>User-Agent: Microsoft Outlook Express Macintosh Edition - 5.01 (1630)
>Date: Mon, 01 May 2000 23:39:30 +0100
>Subject: News Update 7
>From: Russell Southwood <[log in to unmask]>
>To: News Bunny <[log in to unmask]>
>X-MIME-Autoconverted: from quoted-printable to 8bit by gpo1.mail.iol.ie id
>News Update 7
>What follows is a short report on the setting up of an internet newspaper
>for Sierre Leone in London. If our correspondent is "off the mark" or you
>have factual amendments, mail them to us and we will include them in
>subsequent news updates. If you'd like to contribute, write and let us know.
>If you need information about a particular place or issue, just send you
>questions in. This version includes additions mailed to me about past
>stories and interesting additional points appear in double brackets.
>The next issue of News Update will look at Africa¹s largest internet market,
>o Sierre Leone
>Sierra Leone's leading independent newspaper is back in business - thanks to
>The paper, Expo Times, was forced to close more than two years ago and most
>of its journalists fled in the wake of the military intervention by the
>Nigerian-led West African force, ECOMOG. Two of the staff were detained for
>about a year and one of them, Conrad Roy, the former news editor, died in
>mysterious circumstances while awaiting trial on treason charges.
>Expo Times (slogan: "Exposing today for tomorrow") resumed publication via a
>website on March 15, with help from the US-based Freedom Forum and the
>British newspaper, The Guardian. On the first day it achieved more than
>3,000 hits from around the world.
>The paper is an example of what can be achieved with very slender resources.
>Its editor, Ibrahim Seaga Shaw, receives news from a network of
>correspondents by email and uses mainly borrowed equipment to put the paper
>together. The total set-up cost was just £230, which included registering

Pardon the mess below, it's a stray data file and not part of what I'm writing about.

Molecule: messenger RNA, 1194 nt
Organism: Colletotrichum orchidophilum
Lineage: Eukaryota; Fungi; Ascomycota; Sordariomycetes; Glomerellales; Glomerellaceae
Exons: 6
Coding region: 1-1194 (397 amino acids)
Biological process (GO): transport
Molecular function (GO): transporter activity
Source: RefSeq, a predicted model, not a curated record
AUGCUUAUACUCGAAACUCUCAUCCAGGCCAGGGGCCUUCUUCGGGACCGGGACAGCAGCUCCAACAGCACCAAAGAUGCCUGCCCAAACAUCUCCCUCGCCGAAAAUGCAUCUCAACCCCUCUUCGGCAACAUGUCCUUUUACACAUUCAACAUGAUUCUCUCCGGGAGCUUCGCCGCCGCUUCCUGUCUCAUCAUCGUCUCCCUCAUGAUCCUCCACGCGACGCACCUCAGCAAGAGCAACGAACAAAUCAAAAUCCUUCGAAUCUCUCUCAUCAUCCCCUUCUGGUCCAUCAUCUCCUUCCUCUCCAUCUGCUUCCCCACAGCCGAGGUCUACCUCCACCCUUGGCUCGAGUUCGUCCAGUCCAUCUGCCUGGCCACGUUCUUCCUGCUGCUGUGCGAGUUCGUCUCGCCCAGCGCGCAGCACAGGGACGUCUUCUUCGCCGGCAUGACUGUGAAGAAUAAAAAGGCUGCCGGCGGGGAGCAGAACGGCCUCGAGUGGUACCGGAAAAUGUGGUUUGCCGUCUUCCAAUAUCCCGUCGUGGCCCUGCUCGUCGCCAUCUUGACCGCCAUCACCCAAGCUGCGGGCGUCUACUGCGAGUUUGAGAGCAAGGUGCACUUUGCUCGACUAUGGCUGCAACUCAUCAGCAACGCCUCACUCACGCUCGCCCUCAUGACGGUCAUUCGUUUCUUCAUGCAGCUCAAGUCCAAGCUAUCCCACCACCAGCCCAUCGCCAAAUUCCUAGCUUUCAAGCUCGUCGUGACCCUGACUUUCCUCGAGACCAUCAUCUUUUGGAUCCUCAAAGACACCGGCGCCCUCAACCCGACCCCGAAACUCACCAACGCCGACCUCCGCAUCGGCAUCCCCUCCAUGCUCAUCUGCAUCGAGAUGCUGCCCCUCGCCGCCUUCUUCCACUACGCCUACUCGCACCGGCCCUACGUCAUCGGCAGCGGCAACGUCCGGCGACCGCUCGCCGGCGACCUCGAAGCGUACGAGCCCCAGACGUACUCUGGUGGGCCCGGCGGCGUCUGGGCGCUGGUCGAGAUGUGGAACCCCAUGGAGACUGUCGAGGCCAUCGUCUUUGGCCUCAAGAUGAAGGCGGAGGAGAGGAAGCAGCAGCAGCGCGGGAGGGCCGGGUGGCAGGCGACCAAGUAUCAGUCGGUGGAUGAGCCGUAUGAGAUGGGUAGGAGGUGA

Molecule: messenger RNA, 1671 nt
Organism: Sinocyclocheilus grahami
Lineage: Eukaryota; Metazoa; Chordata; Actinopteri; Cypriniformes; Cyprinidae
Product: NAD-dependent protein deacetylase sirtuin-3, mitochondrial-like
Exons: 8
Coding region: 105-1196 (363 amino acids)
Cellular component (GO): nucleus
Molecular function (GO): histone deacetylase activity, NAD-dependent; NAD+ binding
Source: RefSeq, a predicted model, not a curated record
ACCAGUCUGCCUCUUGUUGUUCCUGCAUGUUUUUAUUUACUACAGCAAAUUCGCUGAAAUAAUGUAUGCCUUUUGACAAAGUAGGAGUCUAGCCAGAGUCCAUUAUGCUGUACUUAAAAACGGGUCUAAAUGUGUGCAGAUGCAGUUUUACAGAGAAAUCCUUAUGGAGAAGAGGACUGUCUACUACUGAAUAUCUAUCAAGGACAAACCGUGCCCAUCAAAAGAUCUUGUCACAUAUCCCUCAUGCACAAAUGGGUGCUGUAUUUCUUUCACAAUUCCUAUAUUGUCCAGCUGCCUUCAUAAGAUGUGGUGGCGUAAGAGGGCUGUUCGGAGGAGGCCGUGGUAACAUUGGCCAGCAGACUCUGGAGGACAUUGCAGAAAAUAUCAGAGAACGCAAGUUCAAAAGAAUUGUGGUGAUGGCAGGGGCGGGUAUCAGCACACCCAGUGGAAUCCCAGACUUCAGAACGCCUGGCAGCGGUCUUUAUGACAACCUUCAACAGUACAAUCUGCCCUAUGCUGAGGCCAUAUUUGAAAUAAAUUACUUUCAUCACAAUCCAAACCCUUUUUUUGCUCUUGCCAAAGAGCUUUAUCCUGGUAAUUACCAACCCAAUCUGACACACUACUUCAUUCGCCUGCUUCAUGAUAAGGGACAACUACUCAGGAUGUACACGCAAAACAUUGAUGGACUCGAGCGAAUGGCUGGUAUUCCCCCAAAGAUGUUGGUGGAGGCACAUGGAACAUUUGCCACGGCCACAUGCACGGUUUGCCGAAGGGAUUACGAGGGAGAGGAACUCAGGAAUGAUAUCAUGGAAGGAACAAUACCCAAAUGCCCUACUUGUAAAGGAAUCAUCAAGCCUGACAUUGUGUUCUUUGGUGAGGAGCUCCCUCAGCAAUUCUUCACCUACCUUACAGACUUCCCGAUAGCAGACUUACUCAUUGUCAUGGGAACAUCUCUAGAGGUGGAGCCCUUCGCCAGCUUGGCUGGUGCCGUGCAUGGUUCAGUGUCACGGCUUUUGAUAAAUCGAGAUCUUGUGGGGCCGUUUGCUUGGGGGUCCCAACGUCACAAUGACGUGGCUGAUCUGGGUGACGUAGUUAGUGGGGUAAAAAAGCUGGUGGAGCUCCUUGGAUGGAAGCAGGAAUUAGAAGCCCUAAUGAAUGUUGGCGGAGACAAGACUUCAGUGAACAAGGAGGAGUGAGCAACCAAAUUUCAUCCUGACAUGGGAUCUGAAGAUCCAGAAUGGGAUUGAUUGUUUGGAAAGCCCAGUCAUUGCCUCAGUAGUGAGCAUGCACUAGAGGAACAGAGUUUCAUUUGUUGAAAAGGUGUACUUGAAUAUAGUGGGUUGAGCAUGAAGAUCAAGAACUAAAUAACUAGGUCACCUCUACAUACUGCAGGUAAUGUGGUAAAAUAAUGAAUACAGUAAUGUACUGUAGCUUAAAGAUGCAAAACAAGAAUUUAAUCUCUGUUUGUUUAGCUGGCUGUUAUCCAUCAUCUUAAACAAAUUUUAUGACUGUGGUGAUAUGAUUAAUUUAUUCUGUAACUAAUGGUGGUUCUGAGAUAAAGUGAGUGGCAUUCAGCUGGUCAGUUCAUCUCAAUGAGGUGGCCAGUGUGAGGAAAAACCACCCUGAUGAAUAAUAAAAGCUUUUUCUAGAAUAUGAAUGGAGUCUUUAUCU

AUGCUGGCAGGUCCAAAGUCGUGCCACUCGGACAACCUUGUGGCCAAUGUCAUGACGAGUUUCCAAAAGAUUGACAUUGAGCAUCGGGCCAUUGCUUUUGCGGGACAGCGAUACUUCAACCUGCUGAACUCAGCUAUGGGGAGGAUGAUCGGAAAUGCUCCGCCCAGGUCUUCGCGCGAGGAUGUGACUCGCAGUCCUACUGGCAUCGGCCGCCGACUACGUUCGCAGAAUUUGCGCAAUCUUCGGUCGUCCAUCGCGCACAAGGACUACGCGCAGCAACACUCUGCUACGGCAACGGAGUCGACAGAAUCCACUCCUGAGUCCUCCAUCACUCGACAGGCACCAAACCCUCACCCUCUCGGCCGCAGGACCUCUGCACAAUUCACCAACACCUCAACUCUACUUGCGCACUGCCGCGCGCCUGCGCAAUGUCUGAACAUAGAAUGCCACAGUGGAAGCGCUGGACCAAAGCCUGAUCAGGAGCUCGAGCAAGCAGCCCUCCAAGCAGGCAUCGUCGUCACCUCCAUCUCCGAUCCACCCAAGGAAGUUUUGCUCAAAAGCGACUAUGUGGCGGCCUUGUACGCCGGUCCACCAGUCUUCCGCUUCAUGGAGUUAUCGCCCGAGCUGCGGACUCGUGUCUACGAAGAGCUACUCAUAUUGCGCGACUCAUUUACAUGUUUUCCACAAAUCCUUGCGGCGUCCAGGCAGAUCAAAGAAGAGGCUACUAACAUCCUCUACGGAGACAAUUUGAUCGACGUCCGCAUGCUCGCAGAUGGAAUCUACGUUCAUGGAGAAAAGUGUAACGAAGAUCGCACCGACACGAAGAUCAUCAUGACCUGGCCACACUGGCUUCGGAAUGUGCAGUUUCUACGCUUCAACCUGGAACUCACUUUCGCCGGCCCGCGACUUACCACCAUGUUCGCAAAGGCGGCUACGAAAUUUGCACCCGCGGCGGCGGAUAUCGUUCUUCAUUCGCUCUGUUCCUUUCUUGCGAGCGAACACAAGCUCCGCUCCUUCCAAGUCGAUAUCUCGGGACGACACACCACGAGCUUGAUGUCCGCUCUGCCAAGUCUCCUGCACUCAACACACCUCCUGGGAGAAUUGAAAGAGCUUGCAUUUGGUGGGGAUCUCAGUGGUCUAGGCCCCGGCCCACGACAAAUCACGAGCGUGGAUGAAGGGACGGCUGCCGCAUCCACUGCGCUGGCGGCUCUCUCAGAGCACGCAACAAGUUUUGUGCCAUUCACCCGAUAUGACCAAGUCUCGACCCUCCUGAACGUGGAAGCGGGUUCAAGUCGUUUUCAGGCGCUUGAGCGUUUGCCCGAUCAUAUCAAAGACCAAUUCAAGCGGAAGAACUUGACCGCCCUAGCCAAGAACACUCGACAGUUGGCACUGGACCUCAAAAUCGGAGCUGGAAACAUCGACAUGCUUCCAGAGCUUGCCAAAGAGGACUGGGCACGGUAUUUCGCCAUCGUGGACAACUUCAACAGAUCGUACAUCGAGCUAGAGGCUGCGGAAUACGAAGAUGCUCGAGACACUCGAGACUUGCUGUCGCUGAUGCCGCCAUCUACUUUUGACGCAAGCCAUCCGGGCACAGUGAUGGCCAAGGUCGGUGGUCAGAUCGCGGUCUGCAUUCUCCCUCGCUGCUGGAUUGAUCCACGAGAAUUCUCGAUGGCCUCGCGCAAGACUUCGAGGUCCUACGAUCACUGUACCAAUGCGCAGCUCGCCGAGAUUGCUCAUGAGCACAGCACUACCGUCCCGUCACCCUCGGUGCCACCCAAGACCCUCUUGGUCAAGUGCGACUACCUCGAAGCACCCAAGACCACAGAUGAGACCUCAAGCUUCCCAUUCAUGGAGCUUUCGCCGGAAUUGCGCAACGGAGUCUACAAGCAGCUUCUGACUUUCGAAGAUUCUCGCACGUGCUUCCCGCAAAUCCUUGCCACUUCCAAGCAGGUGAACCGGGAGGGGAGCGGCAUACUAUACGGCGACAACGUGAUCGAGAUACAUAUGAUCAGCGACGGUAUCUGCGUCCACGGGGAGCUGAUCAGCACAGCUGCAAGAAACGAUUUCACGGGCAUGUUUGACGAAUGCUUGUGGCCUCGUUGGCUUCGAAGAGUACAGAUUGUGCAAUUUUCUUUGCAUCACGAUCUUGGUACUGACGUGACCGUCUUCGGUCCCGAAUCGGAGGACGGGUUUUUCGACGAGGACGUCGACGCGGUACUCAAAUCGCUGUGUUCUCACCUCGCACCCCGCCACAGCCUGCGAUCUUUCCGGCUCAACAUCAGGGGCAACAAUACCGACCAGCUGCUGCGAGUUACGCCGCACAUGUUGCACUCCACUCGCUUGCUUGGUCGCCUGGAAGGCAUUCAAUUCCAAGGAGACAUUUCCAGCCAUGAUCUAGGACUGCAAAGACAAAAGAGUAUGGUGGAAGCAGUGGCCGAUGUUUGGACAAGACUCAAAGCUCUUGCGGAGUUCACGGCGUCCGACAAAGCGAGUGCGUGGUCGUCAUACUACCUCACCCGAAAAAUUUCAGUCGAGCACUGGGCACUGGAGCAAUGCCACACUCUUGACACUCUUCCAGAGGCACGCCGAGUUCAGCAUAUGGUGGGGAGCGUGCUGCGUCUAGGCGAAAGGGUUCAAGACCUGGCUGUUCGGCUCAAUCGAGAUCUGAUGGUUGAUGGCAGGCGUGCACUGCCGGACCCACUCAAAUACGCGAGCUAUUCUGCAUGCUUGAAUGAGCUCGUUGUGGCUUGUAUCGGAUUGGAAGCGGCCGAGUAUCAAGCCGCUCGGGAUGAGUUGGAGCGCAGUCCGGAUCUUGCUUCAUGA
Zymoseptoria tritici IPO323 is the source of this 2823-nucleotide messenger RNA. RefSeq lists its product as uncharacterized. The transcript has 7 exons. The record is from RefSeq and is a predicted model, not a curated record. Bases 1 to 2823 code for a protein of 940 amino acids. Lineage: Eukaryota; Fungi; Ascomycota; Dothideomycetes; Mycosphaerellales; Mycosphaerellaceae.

>the domain name
>(www.expotimes.net) and renting 25mb of web space for a year.
>Brian Whitaker, managing editor of the Guardian, who helped to set up the
>explained: "The aim was to produce something that looked professional and
>was technically very cheap and simple to produce. I felt that the writers
>be free to concentrate on re-establishing their journalism without being
>distracted by the technology.
>"The result is neat and colourful but the pages are quick to load - an
>factor in places like Africa where most of the readers won't be using the
>fastest modems or the most up-to-date equipment."
>Seaga Shaw has not given up the idea of re-starting print publication when
>conditions allow, but the internet version is reaching a new audience -
>particularly the Sierra Leonean diaspora in Europe, the United States and
>parts of Africa. Aleady the internet edition has shown that it can help to
>the scattered communities together. It also looks set to move into new
>advertising markets because many of these exiles run successful businesses
>their adoptive countries.
>See Expo Times ( www.expotimes.net)
>Wireless access in Uganda
>Within the past 2 months, two of the main ISPs in Uganda have started
>marketing wireless equipment heavily in Kampala. Interestingly, another
>company a radio equipment provider which is not an ISP has entered the
>market and undercut the ISP-offered prices for wireless equipment,
>installation and monthly internet access by a full 50%. Another company is
>now offering prices at still 20% lower. We're still talking about $1,000 or
>more for the set up of wireless communications, which makes it still far out
>of reach for the majority of
>Local organizations and individuals, but it is extremely promising that the
>prices are moving down so quickly..
>On the lower-end side, the Pay as You Go model imported to Uganda by MTN of
>South Africa has had an amazingly democratizing effect on telephone
>communications over the past year and a half. The prices of mobile phones
>are now *within reach* of the urban and peri-urban population who can afford
>radios, and far less expensive than a television. The network is reaching
>increasing parts of the country along most major roads.
>A "communication culture" is developing which was not nearly as pronounced
>just 18 short months ago. Devices which are smaller, cheaper, more mobile
>(thus easier to share) and less dependent on land-based infrastructure seem
>to be a better "fit" with African cultural and economic realities than PCs
>ever were or
>could be .
>o Back numbers
>If you missed the previous news updates let us know and we'll send you a
>4.1 covering Zimbabwe, Zambia, Kenya and Uganda
>5 covering Madagascar
>6.1 covering Liberia
>This latest news update also appears on Kabissa.org
>(http://www.kabissa.org), which is a Balancing Act pilot project.
>For further information about Balancing Act and its pilot projects, contact
>Russell Southwood on [log in to unmask] or ring him on +44 0207
Patrick O'Beirne B.Sc. M.A. FICS. IT Systems Consultant
http://www.sysmod.com/ Tel: +353 (0)55 22294 Fax: 055 22297
Systems Modelling Ltd, Tara Hill, Gorey, Co. Wexford, IRELAND